Bigger contest wins followed, too – Ste remembers winning the first British Championships on snow in Avoriaz as a particular highlight – and the boys seemed to have no trouble transferring their plastic skills to the mountain at a time when this could be a real problem for Brit riders.
“Yeah, well I had my tricks down on dryslope so once I got used to the fact that the take-off changed every time on snow – which took about a month – I found it pretty easy. And you were less likely to hurt yourself. Well, so I thought at the time”.
Seasons in Chamonix and time spent “ragging around the Alps visiting different resorts” with Chris saw yet more stratospheric progression. Still, the duo put the same amount of energy and obsessiveness into their passion. “Back then we went riding every single day” says Ste. “Which helped. More practise.”
For many (Ste included) these mid-1990s years were the glory era, a time when snowboarding was the new boardsport on the block and was regarded as a genuinely rebellious sub-culture. Money soon began to pour in, and Steve and Chris saw the benefits. As Steve puts it, “…other cultures came into snowboarding and wanted a piece, and as the two best riders at the time, Chris and I got most of the deals. It was a life-changing time, really. We met a hell of a lot of people, and as with most things in life, it’s who you know that really changes things.”
By the time the ’96/’97 season came around, Ste was at the absolute top of his game as a rider and began to make a real living as a pro. He headed to Les Arcs for the winter with a heavyweight crew of the UK’s best snowboarders – still only in his early 20s, with the entire snowboarding world at his feet. Fate, however, was about to intervene in the most horrible way imaginable, when Ste triggered an avalanche that took him “about a mile, off three cliffs and over a road in about fifty seconds.”
“[The avalanche] made me realise that I’m not bigger and stronger than the mountain. That I needed to appreciate it for what it is”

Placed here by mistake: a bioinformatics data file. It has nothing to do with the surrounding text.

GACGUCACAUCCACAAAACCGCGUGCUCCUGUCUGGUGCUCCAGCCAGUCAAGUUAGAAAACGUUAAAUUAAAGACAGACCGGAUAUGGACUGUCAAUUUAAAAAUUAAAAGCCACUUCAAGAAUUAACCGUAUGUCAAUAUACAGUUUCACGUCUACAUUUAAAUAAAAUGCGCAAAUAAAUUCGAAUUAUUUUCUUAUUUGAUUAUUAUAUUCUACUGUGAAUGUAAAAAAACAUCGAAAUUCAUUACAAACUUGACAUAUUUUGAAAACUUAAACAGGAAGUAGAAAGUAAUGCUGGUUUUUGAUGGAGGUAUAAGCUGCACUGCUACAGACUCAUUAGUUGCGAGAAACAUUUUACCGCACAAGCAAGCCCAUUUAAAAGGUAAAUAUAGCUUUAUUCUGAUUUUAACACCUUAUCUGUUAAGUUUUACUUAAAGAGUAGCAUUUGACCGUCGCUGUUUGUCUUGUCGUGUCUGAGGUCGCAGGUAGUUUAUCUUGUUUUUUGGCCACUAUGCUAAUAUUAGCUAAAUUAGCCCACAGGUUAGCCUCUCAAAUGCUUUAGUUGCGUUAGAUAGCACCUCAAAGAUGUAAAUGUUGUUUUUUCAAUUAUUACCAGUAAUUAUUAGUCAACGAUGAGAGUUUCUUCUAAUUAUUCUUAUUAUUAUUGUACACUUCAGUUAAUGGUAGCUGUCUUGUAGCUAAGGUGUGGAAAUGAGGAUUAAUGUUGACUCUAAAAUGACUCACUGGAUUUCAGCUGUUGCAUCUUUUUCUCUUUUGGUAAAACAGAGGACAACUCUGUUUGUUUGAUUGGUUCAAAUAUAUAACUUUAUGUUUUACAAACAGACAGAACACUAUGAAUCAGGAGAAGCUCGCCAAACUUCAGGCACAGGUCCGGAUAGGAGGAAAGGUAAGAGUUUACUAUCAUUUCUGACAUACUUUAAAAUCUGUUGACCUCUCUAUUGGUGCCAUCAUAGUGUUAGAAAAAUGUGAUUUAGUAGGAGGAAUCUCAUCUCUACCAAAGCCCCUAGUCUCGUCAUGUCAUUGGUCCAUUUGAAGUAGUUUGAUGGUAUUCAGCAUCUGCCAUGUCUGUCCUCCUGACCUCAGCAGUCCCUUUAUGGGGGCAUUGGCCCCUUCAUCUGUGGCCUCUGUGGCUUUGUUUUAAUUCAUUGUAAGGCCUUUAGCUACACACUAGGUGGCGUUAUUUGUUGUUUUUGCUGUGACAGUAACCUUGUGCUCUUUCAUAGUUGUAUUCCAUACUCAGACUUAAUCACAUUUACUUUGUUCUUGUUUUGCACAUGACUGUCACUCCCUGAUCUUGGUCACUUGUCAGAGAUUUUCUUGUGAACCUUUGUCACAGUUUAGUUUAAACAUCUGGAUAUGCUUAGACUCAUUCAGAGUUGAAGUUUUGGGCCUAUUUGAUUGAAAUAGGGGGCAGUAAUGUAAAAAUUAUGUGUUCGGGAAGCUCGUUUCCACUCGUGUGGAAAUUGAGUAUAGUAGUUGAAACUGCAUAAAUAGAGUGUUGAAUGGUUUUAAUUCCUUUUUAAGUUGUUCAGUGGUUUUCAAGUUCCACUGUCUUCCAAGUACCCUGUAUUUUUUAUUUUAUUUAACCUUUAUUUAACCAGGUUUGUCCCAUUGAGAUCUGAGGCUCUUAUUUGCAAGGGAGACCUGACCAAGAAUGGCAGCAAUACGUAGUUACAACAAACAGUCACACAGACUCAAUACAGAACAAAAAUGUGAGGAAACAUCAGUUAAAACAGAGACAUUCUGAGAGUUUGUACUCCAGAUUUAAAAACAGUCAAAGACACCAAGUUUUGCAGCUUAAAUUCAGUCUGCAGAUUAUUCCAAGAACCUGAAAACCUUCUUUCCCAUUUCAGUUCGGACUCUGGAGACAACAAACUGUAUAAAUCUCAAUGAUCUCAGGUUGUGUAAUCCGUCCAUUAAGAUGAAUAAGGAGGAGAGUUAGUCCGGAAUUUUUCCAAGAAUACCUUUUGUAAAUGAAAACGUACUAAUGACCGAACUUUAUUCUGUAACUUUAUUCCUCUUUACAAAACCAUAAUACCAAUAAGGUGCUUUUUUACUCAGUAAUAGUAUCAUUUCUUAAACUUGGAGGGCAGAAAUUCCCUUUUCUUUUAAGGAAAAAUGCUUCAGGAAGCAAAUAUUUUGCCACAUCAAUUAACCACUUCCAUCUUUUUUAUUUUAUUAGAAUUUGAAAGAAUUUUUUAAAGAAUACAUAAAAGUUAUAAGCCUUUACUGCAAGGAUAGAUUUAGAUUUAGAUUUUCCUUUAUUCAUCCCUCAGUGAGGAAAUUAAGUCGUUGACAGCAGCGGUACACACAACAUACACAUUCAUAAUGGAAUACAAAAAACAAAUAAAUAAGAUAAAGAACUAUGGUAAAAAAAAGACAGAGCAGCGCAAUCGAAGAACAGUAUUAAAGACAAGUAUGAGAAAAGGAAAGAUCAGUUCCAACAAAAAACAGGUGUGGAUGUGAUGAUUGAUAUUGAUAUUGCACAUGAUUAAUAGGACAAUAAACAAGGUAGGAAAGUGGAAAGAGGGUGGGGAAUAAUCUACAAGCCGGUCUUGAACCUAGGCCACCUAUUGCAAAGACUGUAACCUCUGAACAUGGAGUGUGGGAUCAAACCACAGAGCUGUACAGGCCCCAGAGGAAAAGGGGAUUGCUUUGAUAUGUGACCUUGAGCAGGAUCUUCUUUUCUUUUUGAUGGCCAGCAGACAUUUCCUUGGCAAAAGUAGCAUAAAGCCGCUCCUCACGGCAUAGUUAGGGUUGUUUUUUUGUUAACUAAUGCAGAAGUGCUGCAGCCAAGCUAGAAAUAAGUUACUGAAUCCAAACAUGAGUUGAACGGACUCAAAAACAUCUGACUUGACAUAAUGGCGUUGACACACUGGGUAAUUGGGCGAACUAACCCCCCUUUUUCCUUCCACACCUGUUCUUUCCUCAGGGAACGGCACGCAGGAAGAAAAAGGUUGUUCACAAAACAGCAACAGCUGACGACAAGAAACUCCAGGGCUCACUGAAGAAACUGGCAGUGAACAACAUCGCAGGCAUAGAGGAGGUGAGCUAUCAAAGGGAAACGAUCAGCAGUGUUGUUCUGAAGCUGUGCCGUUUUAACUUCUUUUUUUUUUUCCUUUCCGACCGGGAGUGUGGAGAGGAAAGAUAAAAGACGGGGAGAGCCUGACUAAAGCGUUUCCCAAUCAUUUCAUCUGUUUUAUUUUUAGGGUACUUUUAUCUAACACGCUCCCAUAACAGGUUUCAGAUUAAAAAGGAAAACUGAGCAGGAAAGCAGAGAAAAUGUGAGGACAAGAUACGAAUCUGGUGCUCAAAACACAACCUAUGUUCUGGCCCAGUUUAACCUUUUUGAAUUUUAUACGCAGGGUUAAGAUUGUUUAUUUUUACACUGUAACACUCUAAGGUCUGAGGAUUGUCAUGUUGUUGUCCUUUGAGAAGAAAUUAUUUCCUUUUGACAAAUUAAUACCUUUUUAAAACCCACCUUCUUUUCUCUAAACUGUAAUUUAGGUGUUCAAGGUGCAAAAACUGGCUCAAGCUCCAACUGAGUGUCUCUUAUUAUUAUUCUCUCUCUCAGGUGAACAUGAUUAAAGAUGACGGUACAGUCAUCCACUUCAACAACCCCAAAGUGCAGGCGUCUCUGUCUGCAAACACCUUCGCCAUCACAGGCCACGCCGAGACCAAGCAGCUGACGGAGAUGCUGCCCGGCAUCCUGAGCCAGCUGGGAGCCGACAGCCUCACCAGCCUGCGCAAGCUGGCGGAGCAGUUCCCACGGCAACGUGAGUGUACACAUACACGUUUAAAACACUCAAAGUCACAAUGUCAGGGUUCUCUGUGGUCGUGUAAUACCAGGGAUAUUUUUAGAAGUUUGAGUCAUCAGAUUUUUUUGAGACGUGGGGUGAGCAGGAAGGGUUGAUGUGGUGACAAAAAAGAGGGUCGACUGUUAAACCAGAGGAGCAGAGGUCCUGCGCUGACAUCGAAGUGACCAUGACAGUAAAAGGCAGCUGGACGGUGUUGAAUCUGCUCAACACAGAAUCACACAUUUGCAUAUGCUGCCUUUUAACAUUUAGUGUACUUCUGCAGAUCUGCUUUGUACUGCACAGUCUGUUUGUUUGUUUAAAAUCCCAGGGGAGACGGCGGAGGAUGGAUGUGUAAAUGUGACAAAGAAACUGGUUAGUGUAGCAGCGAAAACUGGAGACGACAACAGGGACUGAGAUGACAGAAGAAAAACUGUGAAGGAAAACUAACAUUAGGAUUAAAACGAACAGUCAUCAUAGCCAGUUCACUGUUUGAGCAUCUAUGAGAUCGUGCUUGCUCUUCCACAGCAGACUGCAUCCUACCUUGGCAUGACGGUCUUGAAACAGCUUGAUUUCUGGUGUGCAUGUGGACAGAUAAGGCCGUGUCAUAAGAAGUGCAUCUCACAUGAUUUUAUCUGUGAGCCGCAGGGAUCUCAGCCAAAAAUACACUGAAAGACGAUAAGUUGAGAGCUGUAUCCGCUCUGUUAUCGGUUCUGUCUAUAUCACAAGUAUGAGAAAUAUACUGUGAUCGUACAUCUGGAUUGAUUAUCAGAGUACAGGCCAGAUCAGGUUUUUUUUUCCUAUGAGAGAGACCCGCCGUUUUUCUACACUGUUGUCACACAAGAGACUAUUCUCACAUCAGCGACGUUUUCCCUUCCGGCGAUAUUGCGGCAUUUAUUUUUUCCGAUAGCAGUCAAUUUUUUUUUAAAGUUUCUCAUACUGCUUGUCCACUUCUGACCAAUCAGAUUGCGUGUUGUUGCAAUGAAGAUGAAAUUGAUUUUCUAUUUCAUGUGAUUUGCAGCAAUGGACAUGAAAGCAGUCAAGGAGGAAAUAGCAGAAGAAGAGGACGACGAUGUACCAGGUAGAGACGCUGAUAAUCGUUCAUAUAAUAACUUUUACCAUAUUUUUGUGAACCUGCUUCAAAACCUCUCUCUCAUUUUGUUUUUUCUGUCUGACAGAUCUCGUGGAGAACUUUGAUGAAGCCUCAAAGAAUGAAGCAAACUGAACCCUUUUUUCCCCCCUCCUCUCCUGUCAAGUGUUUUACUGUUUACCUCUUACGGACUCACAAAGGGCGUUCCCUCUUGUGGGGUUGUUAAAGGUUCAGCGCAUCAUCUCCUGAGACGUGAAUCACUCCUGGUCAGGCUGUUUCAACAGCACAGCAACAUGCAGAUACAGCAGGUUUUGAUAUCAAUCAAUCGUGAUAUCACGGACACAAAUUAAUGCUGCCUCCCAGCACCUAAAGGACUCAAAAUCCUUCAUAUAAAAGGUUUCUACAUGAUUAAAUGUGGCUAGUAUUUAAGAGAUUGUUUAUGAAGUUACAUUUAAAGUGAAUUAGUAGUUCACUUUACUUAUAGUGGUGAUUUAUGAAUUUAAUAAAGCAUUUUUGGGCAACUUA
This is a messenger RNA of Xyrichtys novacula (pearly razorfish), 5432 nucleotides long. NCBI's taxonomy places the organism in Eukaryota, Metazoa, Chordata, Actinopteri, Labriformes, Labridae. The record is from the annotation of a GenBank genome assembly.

So almost twenty years later, what does he remember about the experience that almost killed him and changed his life forever?
“It’s not something I want to repeat, but I don’t regret the experience of it. Why do I say that? Well, surviving it is quite possibly the biggest adrenaline rush I’ve ever had in my life. I mean, I thought I was dead. I gave up after the second cliff. I didn’t know where I was. I couldn’t see anything. When I stopped I remember waiting for the snow to clear so I could work out where I was, and then I could see that I was in an inch of snow. It had spat me completely out. So being able to survive it, and being conscious all the way through it – it did humble me. It made me realise that I’m not bigger and stronger than the mountain. That I needed to appreciate it for what it is. It made me calm down a bit. From that point, I stopped trying so hard at snowboarding. I concentrated on getting back to the level that I’d been at before. Which took about three years.”
Not surprising, considering the very real mental and physical scars. Ste puts his relatively rapid mental recovery down to a novel form of therapy that involved going riding with Sascha Hamm and getting scared shitless (“Ha ha, well you know what Sascha’s like. He doesn’t like staying on-piste. Even if you’ve just survived an avalanche”).